mov     edx, [esp] ; get table address

add esp, 4 ; remove return address from stack.
...is the same as POP EDX.
Posted on 2003-09-25 21:13:13 by bitRAKE
Since the dispatch code is in a subroutine, the cost of the method is 4 bytes per message + 8 bytes per wndproc. The subroutine is a fixed (constant) overhead sizewise.

Here is another search table approach...
  .code

mov eax,uMsg ; make the message ID a sentinel
mov jtable,eax ; by storing it at start of table
mov esi,offset end_jtable ; point past end of table
jloop:
sub esi,8 ; search backwards
cmp eax,[esi] ; check for matching message number
jne jloop ; repeat if not a match
jmp dword ptr [esi+4] ; dispatch to message handler

.data
jtable label dword
dd 0, doDefault ; message ID set before search starts
dd WM_DESTROY, doDestroy
dd WM_CLOSE, doClose
end_jtable equ $
The cost is 13 bytes of setup, 7 bytes in the loop, 3 bytes of dispatch, 8 bytes per message.
Posted on 2003-09-25 22:27:23 by tenkey

The Intel Optimization manual says that "significant perfomance penalties" can be incurred if data is misaligned:


Donkey, you are right, i read this too. But I wondering is this is reasonable in message processing, because it is slow process in generaly. Did, someone have any info, based on benchmarking/tests, how the speed of message handlers affects performance of the application in Windows. I can't figure out how to measure the performance in this case. Any ideas?

bitRAKE: Of course you are right about "pop edx" and I am stupid here. :( The good news is that now JumpTo is 22 bytes only. :) About binary tree - you know, usually we have max 20..30..40 messages to process. Do you think it is reasonable to use this method?
Posted on 2003-09-25 22:27:40 by JohnFound

About binary tree - you know, usually we have max 20..30..40 messages to process. Do you think it is reasonable to use this method?
No, it is not reasonable - as I have stated in that thread. Just think of the cache misses in normal use. Some testing has to be done to see where the turn over point is - how many messages would it take to make branching a faster method. And it would be different for each CPU!
Posted on 2003-09-25 22:35:08 by bitRAKE
With some registers use change and string operations - 18 bytes for JumpTo procedure.
;------------------------------------------------------

; proc JumpTo
; Searches for the message in the message table.
; Arguments:
; ebx - message number to search in the table.
; Uses:
; eax, esi
;------------------------------------------------------
JumpTo:
pop esi ; get table address and remove return
; address from the stack.
.loop:
lodsd
test eax,eax
jz .exit

cmp bx, ax
jne .loop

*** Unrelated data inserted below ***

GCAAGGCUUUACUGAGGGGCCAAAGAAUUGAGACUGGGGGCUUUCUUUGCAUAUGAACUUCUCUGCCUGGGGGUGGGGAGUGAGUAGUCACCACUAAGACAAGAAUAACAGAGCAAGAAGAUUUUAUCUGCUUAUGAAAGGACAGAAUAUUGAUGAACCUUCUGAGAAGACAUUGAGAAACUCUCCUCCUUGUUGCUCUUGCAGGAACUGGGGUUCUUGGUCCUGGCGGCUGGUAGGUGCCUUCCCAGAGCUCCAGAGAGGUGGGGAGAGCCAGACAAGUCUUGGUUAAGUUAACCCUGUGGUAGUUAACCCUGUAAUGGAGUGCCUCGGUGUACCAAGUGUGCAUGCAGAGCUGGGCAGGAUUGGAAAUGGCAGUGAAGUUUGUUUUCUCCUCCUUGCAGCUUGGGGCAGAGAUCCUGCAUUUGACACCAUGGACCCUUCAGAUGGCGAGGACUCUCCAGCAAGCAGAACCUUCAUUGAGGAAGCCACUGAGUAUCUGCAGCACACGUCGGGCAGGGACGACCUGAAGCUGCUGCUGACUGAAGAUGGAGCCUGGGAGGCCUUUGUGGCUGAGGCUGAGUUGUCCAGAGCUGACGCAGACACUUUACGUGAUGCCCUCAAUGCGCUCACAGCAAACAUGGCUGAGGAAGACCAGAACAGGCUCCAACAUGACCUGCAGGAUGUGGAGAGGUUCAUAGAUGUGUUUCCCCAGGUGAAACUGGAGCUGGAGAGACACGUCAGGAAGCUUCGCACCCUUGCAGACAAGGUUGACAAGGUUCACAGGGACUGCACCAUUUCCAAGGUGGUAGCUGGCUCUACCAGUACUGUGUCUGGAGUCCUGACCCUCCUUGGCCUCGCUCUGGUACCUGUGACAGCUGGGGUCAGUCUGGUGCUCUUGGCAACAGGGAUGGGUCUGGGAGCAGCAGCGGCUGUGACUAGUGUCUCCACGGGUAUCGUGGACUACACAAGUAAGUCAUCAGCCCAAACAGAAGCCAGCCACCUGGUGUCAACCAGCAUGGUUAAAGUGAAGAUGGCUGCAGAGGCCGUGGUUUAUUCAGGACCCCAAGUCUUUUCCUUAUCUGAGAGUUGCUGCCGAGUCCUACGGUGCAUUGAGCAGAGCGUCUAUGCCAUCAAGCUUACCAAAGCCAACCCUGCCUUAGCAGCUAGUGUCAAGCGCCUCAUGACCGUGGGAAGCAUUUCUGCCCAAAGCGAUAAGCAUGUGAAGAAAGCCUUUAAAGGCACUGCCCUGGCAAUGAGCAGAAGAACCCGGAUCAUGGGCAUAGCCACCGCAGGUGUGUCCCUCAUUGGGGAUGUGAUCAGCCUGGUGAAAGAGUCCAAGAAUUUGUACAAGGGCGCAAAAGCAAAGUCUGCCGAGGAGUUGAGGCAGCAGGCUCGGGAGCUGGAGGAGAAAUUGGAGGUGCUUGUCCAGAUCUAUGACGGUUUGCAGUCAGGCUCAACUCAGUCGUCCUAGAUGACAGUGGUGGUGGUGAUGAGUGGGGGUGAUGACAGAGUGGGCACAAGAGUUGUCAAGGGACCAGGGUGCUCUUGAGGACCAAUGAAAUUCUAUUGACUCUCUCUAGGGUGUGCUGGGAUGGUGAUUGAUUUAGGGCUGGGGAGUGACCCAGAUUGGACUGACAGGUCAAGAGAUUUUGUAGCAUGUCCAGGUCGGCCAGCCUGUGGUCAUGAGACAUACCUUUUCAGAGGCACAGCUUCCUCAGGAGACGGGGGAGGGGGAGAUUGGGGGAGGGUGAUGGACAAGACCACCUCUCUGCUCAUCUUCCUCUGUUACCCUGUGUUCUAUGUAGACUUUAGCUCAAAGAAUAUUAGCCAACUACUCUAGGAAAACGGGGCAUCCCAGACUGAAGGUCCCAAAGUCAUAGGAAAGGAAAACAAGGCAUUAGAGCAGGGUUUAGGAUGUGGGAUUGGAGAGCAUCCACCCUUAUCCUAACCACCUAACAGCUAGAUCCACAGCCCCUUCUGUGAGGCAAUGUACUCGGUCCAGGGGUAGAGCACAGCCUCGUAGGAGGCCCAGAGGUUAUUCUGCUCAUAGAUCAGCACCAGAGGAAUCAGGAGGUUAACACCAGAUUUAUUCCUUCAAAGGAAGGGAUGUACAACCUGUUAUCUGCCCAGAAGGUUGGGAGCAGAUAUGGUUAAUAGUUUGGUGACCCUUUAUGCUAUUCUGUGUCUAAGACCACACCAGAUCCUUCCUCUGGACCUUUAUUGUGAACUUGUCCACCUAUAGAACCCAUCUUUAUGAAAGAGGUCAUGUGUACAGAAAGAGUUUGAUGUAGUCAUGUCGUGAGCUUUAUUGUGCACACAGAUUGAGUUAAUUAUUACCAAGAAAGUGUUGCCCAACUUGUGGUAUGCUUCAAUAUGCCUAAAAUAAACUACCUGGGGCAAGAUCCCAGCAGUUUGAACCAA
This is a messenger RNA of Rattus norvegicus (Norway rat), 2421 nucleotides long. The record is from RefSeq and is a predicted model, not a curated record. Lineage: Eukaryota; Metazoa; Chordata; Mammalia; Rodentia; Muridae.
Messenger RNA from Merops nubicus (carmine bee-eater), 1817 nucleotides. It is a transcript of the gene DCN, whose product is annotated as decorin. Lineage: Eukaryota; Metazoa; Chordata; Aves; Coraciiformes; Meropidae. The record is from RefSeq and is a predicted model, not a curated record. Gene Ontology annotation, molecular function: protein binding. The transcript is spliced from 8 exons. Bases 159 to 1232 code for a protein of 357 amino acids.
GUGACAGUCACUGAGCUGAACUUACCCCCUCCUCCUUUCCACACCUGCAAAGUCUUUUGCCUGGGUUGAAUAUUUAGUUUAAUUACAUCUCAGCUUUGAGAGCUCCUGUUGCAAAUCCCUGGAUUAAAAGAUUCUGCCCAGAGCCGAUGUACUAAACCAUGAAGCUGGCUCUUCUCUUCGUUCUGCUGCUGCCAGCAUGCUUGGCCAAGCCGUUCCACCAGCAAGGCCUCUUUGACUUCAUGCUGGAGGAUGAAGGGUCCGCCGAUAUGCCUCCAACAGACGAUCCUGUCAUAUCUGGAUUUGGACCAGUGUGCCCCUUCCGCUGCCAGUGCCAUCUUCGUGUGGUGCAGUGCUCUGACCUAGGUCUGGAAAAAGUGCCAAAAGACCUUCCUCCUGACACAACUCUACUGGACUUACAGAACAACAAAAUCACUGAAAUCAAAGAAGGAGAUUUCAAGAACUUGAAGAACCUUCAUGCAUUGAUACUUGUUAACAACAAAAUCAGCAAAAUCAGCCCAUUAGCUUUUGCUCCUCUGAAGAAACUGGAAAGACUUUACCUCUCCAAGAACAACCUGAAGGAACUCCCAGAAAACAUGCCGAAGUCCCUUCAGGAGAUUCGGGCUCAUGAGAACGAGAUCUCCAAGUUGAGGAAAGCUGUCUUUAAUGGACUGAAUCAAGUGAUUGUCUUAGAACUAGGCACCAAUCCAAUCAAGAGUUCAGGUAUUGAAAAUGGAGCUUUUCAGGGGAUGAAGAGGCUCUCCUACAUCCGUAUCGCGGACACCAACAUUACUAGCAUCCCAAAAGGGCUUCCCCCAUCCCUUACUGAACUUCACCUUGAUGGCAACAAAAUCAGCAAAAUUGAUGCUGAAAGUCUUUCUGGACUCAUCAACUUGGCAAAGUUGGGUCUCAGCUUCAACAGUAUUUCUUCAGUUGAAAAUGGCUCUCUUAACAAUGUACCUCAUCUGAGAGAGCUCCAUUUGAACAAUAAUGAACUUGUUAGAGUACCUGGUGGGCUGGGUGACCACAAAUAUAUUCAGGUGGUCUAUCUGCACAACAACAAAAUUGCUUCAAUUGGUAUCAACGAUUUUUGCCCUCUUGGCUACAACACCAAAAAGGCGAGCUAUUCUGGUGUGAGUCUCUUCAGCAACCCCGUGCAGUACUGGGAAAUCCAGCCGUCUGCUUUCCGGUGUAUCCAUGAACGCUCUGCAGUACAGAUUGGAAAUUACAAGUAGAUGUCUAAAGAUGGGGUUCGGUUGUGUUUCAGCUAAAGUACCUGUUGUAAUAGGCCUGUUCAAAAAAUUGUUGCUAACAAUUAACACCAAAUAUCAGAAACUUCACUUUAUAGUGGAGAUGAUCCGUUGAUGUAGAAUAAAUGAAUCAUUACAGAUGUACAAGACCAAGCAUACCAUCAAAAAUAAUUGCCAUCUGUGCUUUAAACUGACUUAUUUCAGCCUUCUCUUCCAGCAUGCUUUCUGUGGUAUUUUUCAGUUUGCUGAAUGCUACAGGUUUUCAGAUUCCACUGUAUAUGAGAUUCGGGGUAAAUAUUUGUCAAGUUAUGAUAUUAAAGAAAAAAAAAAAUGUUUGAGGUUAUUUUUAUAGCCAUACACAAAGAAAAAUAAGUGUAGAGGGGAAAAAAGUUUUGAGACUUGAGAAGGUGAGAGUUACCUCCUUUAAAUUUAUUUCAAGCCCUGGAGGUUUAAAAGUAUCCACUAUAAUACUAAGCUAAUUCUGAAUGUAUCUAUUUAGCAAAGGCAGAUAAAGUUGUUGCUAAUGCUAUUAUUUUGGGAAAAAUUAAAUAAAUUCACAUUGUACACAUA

shr eax, 16
add esi, eax
.exit:
jmp esi


bitRAKE, I am agree that I have to make some tests, but I can't figure out how to test the message processing speed for normal application. I don't want to make some mass message sending and to make time measure, because this will not give real results. I can make two variants of the same program - one with classic and one with table message processing, but how to test?

Regards.
Posted on 2003-09-25 23:50:54 by JohnFound
To build the test you can "record" a real message loop and "play back" the values to the test routines. Another option would be to generate the test data based on a computational model (could include random bits).
Posted on 2003-09-26 00:53:42 by bitRAKE
I can't understand your Balkan logic...
Are you an expert or just a newbie?

"But I wondering is this is reasonable in message processing, because it is slow process
in generally.
"

It seems you are an expert here


"Did, someone have any info, based on benchmarking/tests, how the speed of message
handlers affects performance of the application in Windows.
I can't figure out how to measure the performance in this case. Any ideas?"

Here you just deny that "it is slow process in generally" and
it seems you are not an expert here


"The good news is that now JumpTo is 22 bytes only."

Who cares that your JumpTo is blab, bla bytes only
What about blah, bla bytes for whole proc
Where is pop esi edi ebx ret and why you need proc and enter


Using:
proc SizerWinProc, hwnd, wmsg, wparam, lparam
enter
push esi edi ebx

mov eax, [wmsg]
call JumpTo
MessageList .default,


"My method use table with 4 bytes per message and subroutine 28 bytes long."

Why do you use esi, edi,ebx ; preserve and restore them later
May be to use later lodsd (1 byte) and it is "your method" for
"size optimization"


"Or you think all I write is masterpiece? "
No, it is just a "lame" code
I assume you play with code for fun only and will be better
to search the forum for better examples

Here is my "master" code:


WndProc:
mov eax, [esp+2*4] ; eax=uMsg stack param
cmp eax, bigMess ; bigMess = message with
sbb edx, edx ; the biggest number +1
and eax, edx ; The dword ptr [TableProc+0*4] is a
jmp dword ptr [TableProc+eax*4] ; pointer to DefWindowProc


"Come on, I actually need some criticism."

Is it enough criticism for you?
Posted on 2003-09-26 18:14:04 by lingo12